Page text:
A person lives an average of four to eight years after being diagnosed with Alzheimer’s, though it can be longer, depending on other factors. One may assume that if a sibling is diagnosed with the disease, they’d be more apt to die first, due to their condition. However, a new study finds that among twins, this may not be the case.
Research recently published in Alzheimer’s & Dementia: The Journal of the Alzheimer’s Association used data from the Swedish Twin Registry to compare the lifespans of a twin who is diagnosed with dementia, with their twin who is not. The findings showed that, especially for identical twins, their lifespans are about the same. Researchers say this suggests that genetics and environment – not just dementia – may contribute to earlier mortality.
The study’s first author Jung Yun Jang, who conducted the research as part of her doctoral studies in clinical science at the University of Southern California, says, “We expected a different result. We expected that, in twins where one developed dementia and the other did not, the difference in lifespan would be just like we see in unrelated people.
“We assumed the reason a person who has developed dementia has a shortened life expectancy is because the dementia leads to other medical conditions that affect mortality. What we’re seeing instead is the increased risk of mortality is not due to just the dementia itself, but also a whole package of other influences that the person brings to their disease.”
The study involved 90 pairs of identical twins, who share 100% of their genotype, and 288 pairs of fraternal twins, who share 50%. In each pair, one twin had dementia and the other didn’t. The research showed that among the identical twins, both experienced a similar shortening of their life expectancy. Among fraternal twins, this wasn’t quite as strong, but there was still a slightly shortened lifespan compared with people who didn’t have a sibling with the disease.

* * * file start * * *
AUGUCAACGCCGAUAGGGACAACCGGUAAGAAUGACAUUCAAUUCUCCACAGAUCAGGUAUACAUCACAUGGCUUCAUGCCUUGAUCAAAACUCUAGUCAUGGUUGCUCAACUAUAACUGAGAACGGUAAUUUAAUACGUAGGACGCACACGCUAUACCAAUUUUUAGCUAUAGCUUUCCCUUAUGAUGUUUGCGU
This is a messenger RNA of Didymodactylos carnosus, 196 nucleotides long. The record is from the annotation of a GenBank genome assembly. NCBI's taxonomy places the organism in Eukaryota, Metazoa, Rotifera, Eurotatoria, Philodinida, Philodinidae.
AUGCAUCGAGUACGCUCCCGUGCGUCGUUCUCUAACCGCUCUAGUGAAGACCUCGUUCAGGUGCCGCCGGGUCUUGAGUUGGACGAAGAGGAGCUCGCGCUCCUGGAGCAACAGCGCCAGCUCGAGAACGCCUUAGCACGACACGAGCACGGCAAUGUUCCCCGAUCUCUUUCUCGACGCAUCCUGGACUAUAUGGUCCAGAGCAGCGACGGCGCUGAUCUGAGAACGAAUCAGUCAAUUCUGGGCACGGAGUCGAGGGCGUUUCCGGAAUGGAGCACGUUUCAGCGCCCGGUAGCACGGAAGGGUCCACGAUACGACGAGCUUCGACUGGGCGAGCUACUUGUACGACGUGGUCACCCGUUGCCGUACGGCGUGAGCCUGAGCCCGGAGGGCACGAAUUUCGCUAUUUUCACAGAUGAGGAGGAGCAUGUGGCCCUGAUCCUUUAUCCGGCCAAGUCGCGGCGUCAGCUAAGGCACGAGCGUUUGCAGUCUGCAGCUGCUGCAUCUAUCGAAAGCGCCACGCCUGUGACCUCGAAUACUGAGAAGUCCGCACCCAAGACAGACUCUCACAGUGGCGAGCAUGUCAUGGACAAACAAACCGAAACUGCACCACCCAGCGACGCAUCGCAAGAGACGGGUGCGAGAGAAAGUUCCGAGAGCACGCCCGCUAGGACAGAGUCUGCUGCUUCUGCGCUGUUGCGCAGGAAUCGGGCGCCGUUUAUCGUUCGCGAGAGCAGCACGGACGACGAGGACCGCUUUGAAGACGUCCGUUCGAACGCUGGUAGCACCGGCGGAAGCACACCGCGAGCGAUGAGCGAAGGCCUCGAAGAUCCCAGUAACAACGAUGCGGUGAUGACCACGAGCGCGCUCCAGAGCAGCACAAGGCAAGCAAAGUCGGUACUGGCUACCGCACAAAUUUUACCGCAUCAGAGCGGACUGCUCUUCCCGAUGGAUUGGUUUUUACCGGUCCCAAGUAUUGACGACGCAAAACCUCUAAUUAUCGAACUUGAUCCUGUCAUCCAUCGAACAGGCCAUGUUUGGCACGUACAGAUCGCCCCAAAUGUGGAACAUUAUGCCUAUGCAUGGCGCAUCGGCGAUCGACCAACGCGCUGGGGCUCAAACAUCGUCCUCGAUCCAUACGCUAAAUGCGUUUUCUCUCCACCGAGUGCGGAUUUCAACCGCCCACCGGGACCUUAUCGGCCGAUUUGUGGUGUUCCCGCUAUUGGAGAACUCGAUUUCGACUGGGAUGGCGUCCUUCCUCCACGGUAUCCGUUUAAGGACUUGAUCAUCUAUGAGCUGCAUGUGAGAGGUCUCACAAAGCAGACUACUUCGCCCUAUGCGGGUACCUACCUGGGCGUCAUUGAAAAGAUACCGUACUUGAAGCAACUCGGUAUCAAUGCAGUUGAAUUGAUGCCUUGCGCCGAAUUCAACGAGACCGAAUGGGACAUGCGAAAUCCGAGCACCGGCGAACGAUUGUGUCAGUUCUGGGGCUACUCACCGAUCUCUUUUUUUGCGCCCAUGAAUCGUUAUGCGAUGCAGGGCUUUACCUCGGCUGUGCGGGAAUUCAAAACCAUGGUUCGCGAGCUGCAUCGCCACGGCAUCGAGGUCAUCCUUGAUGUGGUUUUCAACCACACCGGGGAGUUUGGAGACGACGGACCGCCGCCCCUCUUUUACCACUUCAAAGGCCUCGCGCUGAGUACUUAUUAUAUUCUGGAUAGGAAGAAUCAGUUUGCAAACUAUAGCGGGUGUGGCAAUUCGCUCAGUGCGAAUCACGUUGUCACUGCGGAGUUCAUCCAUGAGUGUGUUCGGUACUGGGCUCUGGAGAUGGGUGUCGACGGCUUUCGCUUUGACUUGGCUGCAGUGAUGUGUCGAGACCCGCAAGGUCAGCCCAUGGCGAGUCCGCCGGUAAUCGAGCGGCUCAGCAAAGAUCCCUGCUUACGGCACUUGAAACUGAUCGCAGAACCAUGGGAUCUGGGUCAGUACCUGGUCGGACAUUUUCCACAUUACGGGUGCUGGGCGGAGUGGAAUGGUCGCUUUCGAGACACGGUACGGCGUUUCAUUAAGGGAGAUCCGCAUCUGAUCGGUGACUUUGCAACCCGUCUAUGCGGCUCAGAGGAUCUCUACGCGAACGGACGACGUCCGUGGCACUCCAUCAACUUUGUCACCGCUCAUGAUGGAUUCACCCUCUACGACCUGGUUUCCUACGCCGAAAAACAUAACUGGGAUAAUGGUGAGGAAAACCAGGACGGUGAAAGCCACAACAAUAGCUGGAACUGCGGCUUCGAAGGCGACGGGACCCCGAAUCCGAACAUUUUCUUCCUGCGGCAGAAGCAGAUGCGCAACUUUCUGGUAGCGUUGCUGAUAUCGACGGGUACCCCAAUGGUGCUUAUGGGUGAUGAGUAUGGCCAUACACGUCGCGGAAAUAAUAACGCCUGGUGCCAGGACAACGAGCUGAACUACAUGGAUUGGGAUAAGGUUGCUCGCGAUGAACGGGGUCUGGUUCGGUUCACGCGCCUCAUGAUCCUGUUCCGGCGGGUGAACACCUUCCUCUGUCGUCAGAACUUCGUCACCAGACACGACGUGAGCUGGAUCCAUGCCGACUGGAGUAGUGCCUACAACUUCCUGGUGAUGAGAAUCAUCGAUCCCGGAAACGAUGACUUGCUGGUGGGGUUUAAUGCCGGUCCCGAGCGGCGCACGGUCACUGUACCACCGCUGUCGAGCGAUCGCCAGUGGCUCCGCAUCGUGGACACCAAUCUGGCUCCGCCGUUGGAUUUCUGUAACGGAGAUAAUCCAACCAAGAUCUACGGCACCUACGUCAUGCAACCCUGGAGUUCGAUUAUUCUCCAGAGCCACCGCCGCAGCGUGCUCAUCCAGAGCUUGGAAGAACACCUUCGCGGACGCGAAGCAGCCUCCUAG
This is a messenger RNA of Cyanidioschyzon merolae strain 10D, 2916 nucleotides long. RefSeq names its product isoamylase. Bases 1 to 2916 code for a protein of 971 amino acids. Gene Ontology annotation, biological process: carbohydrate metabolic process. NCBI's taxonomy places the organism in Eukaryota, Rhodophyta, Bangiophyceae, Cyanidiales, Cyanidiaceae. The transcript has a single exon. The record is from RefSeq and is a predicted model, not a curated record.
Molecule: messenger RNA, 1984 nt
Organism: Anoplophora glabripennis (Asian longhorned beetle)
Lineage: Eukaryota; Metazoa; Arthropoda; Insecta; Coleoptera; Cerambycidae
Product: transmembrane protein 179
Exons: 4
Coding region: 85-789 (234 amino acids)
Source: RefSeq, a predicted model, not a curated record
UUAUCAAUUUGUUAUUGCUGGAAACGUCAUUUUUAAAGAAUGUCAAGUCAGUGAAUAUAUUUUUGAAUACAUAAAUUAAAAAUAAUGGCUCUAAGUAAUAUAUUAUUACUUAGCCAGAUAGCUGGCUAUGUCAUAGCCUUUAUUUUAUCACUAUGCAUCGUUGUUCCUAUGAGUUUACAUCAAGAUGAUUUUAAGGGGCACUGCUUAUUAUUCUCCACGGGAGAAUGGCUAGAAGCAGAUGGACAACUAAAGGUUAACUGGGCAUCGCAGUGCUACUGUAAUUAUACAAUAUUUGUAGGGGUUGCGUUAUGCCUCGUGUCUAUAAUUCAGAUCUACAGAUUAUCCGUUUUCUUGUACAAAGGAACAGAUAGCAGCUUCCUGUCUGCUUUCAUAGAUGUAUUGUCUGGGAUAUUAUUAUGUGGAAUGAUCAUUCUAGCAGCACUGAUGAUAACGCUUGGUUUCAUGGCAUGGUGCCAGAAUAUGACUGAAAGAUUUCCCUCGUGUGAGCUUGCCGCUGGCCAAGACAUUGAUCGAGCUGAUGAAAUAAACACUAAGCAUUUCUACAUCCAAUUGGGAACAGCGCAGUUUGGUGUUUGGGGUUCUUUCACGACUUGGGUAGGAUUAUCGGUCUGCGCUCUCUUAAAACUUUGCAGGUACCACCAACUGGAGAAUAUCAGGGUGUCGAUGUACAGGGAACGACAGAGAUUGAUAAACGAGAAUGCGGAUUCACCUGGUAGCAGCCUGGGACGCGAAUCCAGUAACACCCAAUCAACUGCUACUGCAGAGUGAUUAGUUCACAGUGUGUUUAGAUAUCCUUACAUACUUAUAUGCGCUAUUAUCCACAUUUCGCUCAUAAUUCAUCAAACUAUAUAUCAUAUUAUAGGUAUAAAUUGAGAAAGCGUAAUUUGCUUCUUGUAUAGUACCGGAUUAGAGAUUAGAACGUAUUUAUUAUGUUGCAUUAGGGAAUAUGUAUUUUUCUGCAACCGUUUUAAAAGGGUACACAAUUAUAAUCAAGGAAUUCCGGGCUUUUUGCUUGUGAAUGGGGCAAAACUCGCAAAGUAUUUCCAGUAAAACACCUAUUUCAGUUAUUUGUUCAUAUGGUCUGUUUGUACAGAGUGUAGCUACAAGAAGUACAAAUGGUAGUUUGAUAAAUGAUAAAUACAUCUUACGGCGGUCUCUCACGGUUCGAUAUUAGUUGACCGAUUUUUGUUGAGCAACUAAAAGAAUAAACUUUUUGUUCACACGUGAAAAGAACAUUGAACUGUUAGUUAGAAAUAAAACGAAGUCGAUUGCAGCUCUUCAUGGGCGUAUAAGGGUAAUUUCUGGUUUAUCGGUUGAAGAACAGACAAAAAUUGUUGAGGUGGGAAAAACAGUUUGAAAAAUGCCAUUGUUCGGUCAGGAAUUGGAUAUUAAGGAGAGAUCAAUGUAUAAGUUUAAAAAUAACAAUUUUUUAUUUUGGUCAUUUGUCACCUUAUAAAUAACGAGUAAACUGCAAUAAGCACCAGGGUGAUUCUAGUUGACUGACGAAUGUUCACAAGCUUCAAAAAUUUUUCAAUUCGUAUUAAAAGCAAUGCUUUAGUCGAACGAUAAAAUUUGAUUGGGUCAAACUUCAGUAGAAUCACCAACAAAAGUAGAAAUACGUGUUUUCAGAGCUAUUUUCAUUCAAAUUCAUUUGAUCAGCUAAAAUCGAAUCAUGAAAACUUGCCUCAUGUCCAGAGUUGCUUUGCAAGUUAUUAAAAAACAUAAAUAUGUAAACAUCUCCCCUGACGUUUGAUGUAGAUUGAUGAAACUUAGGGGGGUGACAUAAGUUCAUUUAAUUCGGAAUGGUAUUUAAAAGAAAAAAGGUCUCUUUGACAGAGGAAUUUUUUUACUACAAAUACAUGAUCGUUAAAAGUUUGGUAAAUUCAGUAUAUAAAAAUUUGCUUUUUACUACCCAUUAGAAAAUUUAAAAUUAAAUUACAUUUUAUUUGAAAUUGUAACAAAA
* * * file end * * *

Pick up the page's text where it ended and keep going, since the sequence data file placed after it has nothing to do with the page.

The researchers say their findings provide another hypothesis for mortality within dementia patients, that it may not be due to just the development of the disease. For example, genetics and a shared environment could give both twins serious health conditions, like cardiovascular disease, that increase dementia risk.
Margaret Gatz, study co-author who has done extensive aging and cognition research within the Swedish Twin Registry, explains, “What happens early in the life course is really important. You may not be able to change that for yourself, but it does seem like the message to parents is, make sure your kid eats healthy, make sure your kid gets exercise, make sure your kid gets an education. You’re actually contributing to giving that kid a lower chance of developing dementia 75 years later.”
You can read the whole study here.